• Building on the work of other initiatives, agree on a common set of FAIR policy elements and work with stakeholders to employ them to describe their policies. The emphasis should be on describing those policy elements that may be considered ‘rules’ rather than simply suggested good practice to support machine-actionability.

  • Working with research communities to define data outputs, policymakers should adopt standard descriptions to ensure that definitions provide clarity on the range of outputs that should be considered and what might be considered “FAIR enough”.

  • Policies themselves should be FAIR. PIDs should be assigned to clearly versioned policies. These PIDs should be included in the metadata records in registries such as FAIRsharing.org or other policy registry services.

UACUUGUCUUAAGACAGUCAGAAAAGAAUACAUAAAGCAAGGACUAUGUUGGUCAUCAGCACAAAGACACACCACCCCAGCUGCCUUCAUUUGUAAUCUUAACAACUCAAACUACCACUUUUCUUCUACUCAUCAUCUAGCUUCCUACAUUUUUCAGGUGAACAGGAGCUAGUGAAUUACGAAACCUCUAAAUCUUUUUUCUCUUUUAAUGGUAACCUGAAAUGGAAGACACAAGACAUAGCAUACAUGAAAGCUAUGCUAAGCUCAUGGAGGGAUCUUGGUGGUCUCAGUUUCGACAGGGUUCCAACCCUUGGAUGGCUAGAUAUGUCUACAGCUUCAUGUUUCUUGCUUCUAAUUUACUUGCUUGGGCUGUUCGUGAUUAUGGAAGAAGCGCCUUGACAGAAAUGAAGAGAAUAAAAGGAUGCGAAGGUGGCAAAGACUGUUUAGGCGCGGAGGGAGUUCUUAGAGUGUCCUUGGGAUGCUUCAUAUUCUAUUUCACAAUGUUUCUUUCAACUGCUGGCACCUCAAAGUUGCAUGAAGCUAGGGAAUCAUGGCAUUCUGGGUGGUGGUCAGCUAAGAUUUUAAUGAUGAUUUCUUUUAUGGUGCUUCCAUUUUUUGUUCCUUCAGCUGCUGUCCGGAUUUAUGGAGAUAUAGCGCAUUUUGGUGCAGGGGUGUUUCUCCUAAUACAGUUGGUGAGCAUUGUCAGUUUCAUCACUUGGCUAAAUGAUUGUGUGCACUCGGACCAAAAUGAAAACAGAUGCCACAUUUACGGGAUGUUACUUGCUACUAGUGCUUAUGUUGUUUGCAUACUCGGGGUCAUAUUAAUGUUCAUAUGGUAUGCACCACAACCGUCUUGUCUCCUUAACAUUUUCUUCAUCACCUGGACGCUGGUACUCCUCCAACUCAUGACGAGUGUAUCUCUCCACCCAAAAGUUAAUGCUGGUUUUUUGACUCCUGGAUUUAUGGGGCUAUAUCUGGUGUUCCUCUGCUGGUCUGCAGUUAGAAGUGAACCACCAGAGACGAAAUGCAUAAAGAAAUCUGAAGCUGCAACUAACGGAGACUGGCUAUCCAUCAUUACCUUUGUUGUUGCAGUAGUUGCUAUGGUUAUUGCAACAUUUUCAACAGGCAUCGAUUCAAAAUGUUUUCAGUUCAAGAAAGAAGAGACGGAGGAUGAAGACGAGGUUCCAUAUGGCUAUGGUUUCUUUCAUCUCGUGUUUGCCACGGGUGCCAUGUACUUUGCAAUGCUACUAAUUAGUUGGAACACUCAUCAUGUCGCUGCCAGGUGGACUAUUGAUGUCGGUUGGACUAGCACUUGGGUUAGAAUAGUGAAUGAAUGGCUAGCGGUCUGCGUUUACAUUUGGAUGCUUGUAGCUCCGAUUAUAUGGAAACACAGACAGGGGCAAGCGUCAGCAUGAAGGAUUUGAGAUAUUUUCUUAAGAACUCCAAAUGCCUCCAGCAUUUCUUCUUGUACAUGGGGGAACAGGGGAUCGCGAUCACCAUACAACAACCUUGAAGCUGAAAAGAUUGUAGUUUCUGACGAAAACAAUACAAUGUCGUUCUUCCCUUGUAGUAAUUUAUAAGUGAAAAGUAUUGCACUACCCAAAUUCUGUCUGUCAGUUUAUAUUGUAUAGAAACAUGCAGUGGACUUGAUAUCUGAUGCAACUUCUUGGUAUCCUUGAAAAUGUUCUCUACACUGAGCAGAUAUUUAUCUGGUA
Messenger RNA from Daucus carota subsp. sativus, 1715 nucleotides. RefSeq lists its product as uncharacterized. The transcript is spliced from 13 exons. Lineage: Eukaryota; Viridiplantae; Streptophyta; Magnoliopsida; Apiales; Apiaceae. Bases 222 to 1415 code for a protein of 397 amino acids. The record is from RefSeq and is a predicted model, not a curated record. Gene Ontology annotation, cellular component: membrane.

Data Availability 

  • Standardised exceptions for not sharing data should be developed and promoted in associated policy guidance.

  • Standard exceptions should be added to metadata schemas used by repositories for consistency.

  • Working collaboratively, define and require standardised Data Accessibility Statements.

  • Provide support to repositories and data stewards to develop tombstone metadata records that are maintained - even when data is no longer available - and to ensure that these metadata records are referenced in Data Availability Statements.

 Licenses

  • Working with relevant stakeholders, support adoption of rights and licensing documentation schemas for different types of research outputs as they are defined.

  • Provide mechanisms to enable searching for data by license type in repositories.